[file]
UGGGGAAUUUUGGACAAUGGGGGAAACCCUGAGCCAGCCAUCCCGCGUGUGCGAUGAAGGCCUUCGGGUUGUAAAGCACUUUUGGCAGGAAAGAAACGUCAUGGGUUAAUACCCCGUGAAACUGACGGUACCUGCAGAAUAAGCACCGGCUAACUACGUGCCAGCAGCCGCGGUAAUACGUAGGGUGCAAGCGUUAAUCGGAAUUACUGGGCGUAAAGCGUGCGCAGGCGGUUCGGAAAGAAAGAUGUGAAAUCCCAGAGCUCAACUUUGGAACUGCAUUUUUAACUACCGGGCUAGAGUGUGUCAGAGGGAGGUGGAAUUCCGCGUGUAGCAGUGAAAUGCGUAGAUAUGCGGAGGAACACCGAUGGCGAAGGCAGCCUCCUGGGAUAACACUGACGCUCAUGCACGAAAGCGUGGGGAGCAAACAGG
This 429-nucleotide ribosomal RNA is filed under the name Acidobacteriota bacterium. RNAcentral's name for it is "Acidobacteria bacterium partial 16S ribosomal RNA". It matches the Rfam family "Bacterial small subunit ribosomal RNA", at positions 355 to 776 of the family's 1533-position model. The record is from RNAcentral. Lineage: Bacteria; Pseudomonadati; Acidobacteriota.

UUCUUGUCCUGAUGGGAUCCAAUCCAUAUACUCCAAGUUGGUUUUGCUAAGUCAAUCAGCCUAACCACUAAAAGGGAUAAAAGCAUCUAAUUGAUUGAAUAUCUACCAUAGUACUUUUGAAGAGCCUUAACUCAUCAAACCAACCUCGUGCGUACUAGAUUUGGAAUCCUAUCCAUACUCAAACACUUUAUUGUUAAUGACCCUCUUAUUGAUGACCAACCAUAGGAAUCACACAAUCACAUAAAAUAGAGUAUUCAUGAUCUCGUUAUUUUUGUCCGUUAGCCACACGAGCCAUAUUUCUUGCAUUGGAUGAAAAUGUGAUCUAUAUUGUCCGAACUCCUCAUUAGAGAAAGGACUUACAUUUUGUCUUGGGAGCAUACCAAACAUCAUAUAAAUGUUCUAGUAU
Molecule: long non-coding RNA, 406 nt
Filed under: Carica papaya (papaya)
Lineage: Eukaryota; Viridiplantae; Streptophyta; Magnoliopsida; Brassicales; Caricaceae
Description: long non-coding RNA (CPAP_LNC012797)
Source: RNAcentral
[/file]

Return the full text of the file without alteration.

UGGGGAAUUUUGGACAAUGGGGGAAACCCUGAGCCAGCCAUCCCGCGUGUGCGAUGAAGGCCUUCGGGUUGUAAAGCACUUUUGGCAGGAAAGAAACGUCAUGGGUUAAUACCCCGUGAAACUGACGGUACCUGCAGAAUAAGCACCGGCUAACUACGUGCCAGCAGCCGCGGUAAUACGUAGGGUGCAAGCGUUAAUCGGAAUUACUGGGCGUAAAGCGUGCGCAGGCGGUUCGGAAAGAAAGAUGUGAAAUCCCAGAGCUCAACUUUGGAACUGCAUUUUUAACUACCGGGCUAGAGUGUGUCAGAGGGAGGUGGAAUUCCGCGUGUAGCAGUGAAAUGCGUAGAUAUGCGGAGGAACACCGAUGGCGAAGGCAGCCUCCUGGGAUAACACUGACGCUCAUGCACGAAAGCGUGGGGAGCAAACAGG
This 429-nucleotide ribosomal RNA is filed under the name Acidobacteriota bacterium. RNAcentral's name for it is "Acidobacteria bacterium partial 16S ribosomal RNA". It matches the Rfam family "Bacterial small subunit ribosomal RNA", at positions 355 to 776 of the family's 1533-position model. The record is from RNAcentral. Lineage: Bacteria; Pseudomonadati; Acidobacteriota.

UUCUUGUCCUGAUGGGAUCCAAUCCAUAUACUCCAAGUUGGUUUUGCUAAGUCAAUCAGCCUAACCACUAAAAGGGAUAAAAGCAUCUAAUUGAUUGAAUAUCUACCAUAGUACUUUUGAAGAGCCUUAACUCAUCAAACCAACCUCGUGCGUACUAGAUUUGGAAUCCUAUCCAUACUCAAACACUUUAUUGUUAAUGACCCUCUUAUUGAUGACCAACCAUAGGAAUCACACAAUCACAUAAAAUAGAGUAUUCAUGAUCUCGUUAUUUUUGUCCGUUAGCCACACGAGCCAUAUUUCUUGCAUUGGAUGAAAAUGUGAUCUAUAUUGUCCGAACUCCUCAUUAGAGAAAGGACUUACAUUUUGUCUUGGGAGCAUACCAAACAUCAUAUAAAUGUUCUAGUAU
Molecule: long non-coding RNA, 406 nt
Filed under: Carica papaya (papaya)
Lineage: Eukaryota; Viridiplantae; Streptophyta; Magnoliopsida; Brassicales; Caricaceae
Description: long non-coding RNA (CPAP_LNC012797)
Source: RNAcentral